Search our archive

The NSA and Snowden: the boomerang flies on

By François Godement in Politics, July 10, 2013

Edward Snowden may become the most famous civil rights case this century, and throw up issues of data protection, intelligence and the relationship of allies that concern citizens of all free states.

Frigate Island – My Island

By Colin Conor in Travel Writing, July 7, 2013

“When I went to my island I did so from a purely necessary point of view to buy a coconut plantation, which just happened to be upon an island. It was only after I had come to live there that the full charm of this wonderful little island grew upon me.”

Out of the Frying Pan, Into the Fire

By Daphne Wysham in Environment, July 6, 2013

The World Bank is phasing out of coal and ramping up support for “fracked” natural gas, even though research suggests that climate impacts of fracking may be even worse than coal in terms of its full life-cycle carbon footprint according to a Cornell University study.

Turkey, Alcohol and Islam

By Sami Zubaida in Features, July 5, 2013

Now, after a decade of electoral success and economic growth, governing without a coalition, the army neutralised, in control of the media, the judiciary and the police, Erdogan feels free to move on this crucial symbolic issue of alcohol and its venues.

Sub-Saharan Africa’s Subprime Borrowers

By Joseph E. Stiglitz - Hamid Rashid in Economics and Finance, July 1, 2013

Joseph Stiglitz, a Nobel laureate in economics and Hamid Rashid, a senior economic adviser at the UN examine why an increasing number of African states are resorting to sovereign bonds.

The Meaning of Rouhani

By Abolghasem Bayyenat in Politics,

“Rouhani’s electoral victory—and the general consensus among Iranian political elites today on the need to address Iran’s economic problems and to pursue a more cautious foreign policy—should not be understood to mean that Iran will be more willing to suspend its uranium enrichment activities.”

Brazil, a crisis of representation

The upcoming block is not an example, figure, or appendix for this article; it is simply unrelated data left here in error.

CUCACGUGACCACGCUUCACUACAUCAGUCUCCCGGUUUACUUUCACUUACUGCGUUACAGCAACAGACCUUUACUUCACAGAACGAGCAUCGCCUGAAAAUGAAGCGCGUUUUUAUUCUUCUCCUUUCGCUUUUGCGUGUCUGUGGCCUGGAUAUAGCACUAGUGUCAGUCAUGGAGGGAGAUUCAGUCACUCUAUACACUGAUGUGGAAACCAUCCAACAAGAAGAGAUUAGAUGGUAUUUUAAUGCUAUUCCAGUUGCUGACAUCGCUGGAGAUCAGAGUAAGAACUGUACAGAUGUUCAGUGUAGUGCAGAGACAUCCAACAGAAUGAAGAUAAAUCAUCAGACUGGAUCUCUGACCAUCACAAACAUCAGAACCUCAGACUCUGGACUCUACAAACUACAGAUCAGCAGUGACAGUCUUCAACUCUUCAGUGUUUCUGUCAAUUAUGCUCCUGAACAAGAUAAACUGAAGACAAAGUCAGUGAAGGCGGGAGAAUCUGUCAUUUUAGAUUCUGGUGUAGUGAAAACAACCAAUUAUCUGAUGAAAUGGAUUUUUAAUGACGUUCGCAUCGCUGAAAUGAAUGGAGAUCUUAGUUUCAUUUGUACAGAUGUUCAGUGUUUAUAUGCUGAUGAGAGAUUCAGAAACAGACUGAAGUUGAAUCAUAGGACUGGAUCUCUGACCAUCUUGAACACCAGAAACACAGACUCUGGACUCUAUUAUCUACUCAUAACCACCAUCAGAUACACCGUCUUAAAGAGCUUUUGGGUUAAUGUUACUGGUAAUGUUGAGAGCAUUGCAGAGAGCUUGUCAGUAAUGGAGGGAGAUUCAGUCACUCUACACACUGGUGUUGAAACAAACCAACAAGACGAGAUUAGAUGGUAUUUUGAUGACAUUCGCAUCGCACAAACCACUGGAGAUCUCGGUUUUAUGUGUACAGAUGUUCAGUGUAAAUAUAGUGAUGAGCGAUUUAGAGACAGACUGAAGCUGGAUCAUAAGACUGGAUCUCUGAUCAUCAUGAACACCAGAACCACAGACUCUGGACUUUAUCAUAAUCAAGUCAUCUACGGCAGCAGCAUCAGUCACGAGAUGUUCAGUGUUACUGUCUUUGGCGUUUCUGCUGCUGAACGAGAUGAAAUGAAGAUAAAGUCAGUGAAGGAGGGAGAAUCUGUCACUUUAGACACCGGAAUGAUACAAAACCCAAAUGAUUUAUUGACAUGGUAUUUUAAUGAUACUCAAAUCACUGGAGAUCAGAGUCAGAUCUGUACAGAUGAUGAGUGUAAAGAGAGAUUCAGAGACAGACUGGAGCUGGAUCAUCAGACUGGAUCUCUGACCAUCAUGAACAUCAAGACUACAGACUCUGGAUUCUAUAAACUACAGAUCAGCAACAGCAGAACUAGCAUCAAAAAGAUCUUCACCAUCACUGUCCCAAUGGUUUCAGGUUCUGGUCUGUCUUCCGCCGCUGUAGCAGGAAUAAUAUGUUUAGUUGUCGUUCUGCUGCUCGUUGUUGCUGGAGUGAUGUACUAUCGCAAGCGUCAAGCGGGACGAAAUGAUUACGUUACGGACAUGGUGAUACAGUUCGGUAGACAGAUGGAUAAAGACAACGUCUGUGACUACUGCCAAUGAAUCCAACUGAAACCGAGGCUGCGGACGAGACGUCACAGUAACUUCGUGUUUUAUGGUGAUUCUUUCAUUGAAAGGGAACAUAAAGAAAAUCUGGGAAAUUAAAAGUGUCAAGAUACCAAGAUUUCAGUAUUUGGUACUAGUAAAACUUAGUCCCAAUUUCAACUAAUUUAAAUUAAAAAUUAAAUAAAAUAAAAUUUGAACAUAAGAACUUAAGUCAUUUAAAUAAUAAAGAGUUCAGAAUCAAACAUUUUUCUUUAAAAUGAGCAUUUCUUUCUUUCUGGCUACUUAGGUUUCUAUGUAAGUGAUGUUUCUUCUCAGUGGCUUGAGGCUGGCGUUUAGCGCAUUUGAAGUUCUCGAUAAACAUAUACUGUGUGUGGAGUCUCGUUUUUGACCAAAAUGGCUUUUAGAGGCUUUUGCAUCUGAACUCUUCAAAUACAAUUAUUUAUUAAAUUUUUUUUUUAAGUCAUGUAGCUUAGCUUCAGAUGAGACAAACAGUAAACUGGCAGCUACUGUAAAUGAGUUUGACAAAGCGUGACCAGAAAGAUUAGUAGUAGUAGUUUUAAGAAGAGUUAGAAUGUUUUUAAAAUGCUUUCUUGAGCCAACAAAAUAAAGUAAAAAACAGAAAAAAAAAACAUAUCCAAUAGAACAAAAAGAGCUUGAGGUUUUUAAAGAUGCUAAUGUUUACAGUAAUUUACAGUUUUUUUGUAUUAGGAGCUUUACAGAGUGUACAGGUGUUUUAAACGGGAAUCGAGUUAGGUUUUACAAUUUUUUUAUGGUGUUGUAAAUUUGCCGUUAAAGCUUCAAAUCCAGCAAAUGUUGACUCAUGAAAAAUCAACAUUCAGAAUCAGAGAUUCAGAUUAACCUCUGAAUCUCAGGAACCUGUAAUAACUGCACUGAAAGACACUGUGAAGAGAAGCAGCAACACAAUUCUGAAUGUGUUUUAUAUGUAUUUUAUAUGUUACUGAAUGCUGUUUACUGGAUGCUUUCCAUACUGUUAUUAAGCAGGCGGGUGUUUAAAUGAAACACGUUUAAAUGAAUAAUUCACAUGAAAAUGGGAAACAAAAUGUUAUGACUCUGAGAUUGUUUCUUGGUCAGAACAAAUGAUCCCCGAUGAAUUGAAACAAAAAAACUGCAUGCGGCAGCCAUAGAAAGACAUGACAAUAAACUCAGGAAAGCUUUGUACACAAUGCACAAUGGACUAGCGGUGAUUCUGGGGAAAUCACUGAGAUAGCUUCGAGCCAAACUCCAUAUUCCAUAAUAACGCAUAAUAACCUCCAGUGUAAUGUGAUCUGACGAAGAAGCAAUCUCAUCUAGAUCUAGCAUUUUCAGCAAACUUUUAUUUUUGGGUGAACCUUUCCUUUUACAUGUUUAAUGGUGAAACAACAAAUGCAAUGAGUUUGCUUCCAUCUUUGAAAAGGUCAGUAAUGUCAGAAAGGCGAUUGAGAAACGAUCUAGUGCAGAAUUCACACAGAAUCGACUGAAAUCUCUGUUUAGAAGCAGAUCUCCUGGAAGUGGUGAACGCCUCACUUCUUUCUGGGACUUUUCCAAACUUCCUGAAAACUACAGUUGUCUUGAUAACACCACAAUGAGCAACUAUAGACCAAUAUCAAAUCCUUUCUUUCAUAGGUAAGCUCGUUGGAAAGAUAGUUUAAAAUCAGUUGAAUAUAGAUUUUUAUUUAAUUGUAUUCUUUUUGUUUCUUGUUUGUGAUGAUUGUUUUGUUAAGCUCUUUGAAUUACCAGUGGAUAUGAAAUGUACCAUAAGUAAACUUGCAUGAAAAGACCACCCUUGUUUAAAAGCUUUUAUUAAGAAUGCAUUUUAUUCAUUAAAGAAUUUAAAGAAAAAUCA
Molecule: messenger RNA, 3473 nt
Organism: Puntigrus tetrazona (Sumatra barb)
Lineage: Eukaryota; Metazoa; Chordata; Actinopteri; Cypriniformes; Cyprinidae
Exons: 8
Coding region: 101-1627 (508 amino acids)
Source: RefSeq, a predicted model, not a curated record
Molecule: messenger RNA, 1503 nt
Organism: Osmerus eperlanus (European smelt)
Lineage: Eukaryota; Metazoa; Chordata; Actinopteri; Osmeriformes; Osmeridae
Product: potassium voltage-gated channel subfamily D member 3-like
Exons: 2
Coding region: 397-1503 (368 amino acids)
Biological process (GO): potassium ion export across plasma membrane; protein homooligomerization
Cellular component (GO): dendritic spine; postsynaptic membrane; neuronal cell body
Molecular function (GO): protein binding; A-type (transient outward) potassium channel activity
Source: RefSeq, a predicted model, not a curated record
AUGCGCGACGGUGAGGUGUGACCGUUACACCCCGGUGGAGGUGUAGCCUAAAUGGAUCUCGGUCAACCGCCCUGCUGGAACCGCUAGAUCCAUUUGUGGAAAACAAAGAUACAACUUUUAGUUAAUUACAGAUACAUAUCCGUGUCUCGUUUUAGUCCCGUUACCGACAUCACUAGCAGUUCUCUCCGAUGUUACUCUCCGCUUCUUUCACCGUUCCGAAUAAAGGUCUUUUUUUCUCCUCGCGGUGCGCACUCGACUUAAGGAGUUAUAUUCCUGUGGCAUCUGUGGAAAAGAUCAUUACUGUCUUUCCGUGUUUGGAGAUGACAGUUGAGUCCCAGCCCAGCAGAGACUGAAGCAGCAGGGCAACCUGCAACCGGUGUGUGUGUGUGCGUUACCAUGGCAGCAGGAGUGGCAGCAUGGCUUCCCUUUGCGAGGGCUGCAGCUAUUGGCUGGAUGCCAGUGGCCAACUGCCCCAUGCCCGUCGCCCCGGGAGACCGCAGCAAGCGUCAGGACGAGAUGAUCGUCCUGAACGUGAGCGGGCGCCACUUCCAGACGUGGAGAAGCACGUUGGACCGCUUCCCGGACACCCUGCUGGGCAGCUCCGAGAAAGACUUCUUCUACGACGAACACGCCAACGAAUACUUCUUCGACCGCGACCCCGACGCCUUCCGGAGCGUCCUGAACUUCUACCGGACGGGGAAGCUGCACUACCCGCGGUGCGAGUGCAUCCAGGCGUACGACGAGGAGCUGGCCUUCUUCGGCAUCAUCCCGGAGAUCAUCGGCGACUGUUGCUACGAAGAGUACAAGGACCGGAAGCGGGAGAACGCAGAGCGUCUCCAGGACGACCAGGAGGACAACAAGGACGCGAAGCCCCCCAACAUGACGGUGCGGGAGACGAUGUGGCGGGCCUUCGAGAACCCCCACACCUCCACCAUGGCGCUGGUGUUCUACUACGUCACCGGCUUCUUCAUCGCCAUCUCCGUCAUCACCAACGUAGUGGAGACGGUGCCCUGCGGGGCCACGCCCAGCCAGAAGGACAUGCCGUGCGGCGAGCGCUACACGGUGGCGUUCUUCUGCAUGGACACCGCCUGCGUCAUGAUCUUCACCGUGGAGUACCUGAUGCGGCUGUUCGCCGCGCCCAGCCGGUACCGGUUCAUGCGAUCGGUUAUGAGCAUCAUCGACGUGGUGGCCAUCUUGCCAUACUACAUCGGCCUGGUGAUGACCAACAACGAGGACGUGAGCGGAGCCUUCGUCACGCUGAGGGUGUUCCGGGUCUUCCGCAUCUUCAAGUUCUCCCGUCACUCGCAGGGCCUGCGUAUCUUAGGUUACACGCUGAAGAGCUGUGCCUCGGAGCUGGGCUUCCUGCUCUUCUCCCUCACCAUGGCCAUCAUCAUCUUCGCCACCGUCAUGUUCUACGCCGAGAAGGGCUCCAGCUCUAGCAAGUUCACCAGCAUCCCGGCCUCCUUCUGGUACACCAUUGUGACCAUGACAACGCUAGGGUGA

By Arthur Ituassu in Politics, June 24, 2013

A protest wave in Brazil embodies new ideas of political community that challenge the country’s old social practices and centralised structures, says Arthur Ituassu, a leading Brazilian scholar of social and political science and Professor at the Pontifícia Universidade Católica in Rio de Janeiro.

Unwinding QE

By Stephen Grenville in Economics and Finance, June 22, 2013

Bernanke’s hints about the end of quantitative easing (QE) have produced volatility in financial markets which were startled because an end to QE is likely to cause capital losses for bond holders since term premium is substantially negative. This is teamed with widespread confusion among market participants about how QE actually works.

Europe’s Twin Sisters

By Igor Torbakov in Politics, June 15, 2013

Russia and Turkey are both former imperial powers with one foot in Europe and one in Asia. Igor Torbakov argues that imperialism is still alive and well in both countries; even as they talk about modernisation, they seem reluctant to leave the past behind.

Sierra Leone: From Swords into Ploughshares

By Tiago Faia in Politics, June 13, 2013

Just a decade ago, Sierra Leone was immersed in one of the most gruesome conflicts of modern times. The Supreme Court has now pronounced on the contested presidential election, so what now?